Website of Bill O'Reilly, FOX News commentator, hacked in retribution

From Wikinews, the free news source you can write!
Jump to: navigation, search

Saturday, September 20, 2008

According to document-leaking website Wikileaks.org hackers bypassed security at BillOreilly.com, the official website of Fox News Channel commentator Bill O'Reilly, exposing personal information of the site's users in a document posted on the Internet.

O'Rielly eats with Sgt. 1st Class Vivienne Pacquette, supply sergeant with Headquarters and Headquarters Company, 2nd BCT at Camp Striker.
Image: Chris McCann, US Army.

The one page document, which Wikileaks confirms to be authentic, shows a list of individuals and passwords of those who have accounts on O'Reilly's website, BillOReilly.com. The list, according to the document, contains at least 205 names, e-mail addresses, billing addresses and passwords of subscribers.

"The hack was a response to the pundit's recent scurrilous attacks over the Sarah Palin's email story--including on Wikileaks and other members of the press," said Wikileaks in a statement on their website. According to the report, the security on O'Reilly's website was "non-existent".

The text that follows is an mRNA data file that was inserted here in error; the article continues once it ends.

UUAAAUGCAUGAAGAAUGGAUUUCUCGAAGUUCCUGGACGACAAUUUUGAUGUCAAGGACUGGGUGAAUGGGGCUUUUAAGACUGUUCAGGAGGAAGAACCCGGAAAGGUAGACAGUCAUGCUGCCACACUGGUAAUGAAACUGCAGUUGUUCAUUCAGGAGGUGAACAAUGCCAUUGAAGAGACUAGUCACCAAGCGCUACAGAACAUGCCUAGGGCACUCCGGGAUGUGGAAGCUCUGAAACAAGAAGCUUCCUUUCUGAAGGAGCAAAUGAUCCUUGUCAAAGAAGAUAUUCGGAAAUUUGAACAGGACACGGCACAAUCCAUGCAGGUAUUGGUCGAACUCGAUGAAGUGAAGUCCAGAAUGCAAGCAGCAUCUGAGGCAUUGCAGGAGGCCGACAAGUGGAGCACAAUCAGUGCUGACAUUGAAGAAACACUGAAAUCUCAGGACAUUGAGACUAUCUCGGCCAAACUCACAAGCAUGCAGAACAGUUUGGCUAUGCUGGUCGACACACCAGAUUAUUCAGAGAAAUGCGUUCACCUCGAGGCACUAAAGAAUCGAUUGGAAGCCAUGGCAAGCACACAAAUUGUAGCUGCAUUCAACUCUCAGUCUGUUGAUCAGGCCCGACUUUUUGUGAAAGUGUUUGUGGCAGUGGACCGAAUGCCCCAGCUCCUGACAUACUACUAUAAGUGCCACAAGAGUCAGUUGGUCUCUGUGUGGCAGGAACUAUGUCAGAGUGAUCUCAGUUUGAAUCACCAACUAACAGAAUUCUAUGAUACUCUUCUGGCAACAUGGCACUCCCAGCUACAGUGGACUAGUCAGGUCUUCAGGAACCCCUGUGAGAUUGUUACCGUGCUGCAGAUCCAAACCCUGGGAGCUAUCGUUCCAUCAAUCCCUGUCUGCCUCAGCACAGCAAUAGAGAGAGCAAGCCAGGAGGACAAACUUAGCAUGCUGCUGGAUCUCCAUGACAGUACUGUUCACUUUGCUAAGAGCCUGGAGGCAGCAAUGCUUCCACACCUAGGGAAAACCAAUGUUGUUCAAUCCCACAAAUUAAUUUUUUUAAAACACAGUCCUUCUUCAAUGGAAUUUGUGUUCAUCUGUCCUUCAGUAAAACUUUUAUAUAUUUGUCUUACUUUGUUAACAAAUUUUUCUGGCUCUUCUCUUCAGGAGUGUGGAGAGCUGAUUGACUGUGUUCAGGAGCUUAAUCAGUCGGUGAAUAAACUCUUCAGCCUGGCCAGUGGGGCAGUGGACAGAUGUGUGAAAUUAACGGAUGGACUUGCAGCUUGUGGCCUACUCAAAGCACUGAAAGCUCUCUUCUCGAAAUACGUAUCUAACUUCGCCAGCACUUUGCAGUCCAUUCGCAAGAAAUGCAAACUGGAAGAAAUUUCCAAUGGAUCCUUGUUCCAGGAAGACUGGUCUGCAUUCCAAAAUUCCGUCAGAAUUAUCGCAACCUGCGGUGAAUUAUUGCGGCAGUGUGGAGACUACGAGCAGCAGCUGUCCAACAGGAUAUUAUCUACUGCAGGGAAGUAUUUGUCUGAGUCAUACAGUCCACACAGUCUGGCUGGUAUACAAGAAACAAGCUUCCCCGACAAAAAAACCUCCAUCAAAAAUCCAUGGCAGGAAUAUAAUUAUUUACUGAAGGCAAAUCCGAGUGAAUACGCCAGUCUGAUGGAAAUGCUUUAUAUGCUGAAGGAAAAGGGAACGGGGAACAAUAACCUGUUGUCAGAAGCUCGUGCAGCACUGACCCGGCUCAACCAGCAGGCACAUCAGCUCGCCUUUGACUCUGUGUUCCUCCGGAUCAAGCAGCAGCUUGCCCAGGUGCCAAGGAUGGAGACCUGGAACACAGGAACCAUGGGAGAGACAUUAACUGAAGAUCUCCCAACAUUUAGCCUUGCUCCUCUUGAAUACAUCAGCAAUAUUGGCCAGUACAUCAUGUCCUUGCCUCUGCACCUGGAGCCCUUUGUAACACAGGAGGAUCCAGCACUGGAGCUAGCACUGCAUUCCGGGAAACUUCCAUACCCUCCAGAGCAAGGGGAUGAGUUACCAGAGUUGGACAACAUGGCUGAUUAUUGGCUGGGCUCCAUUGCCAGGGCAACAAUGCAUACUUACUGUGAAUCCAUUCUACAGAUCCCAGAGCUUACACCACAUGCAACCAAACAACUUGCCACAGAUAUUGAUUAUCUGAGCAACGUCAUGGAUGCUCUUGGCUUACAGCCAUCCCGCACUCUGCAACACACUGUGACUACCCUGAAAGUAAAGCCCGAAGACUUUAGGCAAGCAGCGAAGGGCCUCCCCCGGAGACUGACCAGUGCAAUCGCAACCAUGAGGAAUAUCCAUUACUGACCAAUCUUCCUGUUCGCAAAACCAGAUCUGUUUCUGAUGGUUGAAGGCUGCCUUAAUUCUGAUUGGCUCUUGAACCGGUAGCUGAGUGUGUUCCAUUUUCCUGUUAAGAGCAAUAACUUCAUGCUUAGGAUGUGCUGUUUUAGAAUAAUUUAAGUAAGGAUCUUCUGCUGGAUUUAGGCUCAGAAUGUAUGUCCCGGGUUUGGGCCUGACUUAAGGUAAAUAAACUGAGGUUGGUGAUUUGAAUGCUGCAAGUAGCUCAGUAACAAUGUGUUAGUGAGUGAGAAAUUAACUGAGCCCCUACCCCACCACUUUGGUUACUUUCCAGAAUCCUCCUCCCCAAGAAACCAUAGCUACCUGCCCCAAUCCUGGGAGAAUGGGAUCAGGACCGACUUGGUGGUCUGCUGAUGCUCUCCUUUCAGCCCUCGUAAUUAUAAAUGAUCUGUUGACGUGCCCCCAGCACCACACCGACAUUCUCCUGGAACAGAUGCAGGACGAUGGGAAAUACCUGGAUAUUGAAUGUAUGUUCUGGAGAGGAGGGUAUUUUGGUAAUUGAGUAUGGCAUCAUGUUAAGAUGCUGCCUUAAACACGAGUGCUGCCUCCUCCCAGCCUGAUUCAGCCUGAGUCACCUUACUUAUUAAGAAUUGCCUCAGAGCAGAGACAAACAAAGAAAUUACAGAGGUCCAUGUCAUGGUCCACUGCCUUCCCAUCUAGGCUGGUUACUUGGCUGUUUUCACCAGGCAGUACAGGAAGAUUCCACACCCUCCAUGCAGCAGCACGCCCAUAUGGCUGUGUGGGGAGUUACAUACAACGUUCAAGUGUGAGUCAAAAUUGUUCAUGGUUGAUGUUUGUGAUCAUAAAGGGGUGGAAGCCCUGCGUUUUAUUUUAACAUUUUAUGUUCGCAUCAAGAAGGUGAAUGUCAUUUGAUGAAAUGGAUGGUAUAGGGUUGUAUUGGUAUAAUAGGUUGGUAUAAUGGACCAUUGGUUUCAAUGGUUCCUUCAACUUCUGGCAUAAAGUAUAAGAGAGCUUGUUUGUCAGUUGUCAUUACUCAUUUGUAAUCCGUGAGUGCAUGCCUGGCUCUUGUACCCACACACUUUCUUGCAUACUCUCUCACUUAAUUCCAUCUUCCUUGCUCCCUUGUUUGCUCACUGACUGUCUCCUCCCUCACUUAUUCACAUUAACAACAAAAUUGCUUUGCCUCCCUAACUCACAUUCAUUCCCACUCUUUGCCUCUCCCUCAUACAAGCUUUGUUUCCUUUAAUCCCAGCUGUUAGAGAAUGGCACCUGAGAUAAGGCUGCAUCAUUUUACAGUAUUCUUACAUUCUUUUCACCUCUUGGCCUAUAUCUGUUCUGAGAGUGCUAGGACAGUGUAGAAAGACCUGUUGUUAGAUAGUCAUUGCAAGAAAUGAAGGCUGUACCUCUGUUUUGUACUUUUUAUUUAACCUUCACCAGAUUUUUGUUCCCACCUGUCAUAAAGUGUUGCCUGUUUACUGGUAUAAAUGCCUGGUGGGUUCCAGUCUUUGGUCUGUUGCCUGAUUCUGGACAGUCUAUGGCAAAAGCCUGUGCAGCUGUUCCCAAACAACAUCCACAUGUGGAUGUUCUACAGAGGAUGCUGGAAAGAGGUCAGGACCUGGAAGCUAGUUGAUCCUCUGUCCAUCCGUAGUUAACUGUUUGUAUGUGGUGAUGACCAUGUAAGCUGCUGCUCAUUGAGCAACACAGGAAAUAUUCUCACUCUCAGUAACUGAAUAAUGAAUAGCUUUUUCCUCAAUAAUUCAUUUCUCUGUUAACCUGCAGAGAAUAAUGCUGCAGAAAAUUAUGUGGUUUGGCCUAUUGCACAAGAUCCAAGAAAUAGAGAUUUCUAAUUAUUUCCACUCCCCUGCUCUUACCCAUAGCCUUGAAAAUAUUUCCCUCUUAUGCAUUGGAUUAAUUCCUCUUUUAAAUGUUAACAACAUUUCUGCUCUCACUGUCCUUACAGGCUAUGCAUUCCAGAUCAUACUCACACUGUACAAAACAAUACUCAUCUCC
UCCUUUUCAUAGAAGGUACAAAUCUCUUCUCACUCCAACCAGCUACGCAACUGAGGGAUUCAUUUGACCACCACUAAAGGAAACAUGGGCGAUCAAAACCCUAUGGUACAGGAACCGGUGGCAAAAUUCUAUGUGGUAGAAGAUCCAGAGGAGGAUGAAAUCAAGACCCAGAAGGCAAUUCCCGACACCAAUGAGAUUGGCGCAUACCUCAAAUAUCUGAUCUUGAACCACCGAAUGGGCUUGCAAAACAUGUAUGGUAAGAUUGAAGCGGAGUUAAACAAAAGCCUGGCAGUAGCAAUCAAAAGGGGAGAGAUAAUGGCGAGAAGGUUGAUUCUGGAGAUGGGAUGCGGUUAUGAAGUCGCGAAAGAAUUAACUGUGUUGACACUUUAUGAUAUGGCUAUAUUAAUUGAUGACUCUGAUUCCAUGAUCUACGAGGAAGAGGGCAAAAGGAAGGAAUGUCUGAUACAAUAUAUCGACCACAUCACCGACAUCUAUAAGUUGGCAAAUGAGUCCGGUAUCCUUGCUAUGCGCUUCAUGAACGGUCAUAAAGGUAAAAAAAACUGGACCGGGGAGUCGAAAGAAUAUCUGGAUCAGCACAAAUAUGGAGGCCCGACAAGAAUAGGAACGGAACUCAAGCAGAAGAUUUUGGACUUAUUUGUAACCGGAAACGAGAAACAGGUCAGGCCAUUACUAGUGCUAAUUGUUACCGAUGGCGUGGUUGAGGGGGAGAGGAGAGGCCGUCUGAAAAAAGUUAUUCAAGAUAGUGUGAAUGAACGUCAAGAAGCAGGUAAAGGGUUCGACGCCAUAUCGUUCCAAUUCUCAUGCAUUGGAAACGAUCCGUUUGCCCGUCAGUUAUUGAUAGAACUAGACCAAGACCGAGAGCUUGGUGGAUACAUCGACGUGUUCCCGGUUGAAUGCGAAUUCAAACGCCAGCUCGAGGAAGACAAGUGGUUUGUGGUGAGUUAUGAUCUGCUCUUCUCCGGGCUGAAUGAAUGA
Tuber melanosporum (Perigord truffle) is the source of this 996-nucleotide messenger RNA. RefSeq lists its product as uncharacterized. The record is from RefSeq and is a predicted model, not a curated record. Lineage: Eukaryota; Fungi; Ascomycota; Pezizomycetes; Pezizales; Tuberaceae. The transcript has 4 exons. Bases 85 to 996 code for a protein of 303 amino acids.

"I'm not going to mention the website that posted this, but it's one of those despicable, slimy, scummy websites. Everybody knows where this stuff is, OK, and they know the people who run the website, so why can't they go there tonight to the guy's house who runs it, put him in cuffs and take him down and book him?," said O'Reilly on his show, The O'Reilly Factor, on September 18.

Wikileaks recently published documents from Palin's hacked Yahoo.com e-mail account. The documents had shown that Palin had been conducting matters pertaining to the public or government of Alaska over her private e-mail account.

In an exclusive statement to Wikinews, Wikileaks stated that they will only publish the single page, but also claim to have several more. Wikileaks also states that they have already received "three letters" from staff members employed by O'Reilly "requesting" Wikileaks remove the document, which Wikileaks refuses to do.

"We simply cannot [remove the information]. The system, as per policy, is designed so that files can not be taken down, once up," said Wikileaks to Wikinews.

O'Reilly and Fox News have not yet responded to inquiries.


Sources

Wikinews
This exclusive report features first-hand journalism by one or more Wikinews members. See the collaboration page for more details.
Bookmark-new.svg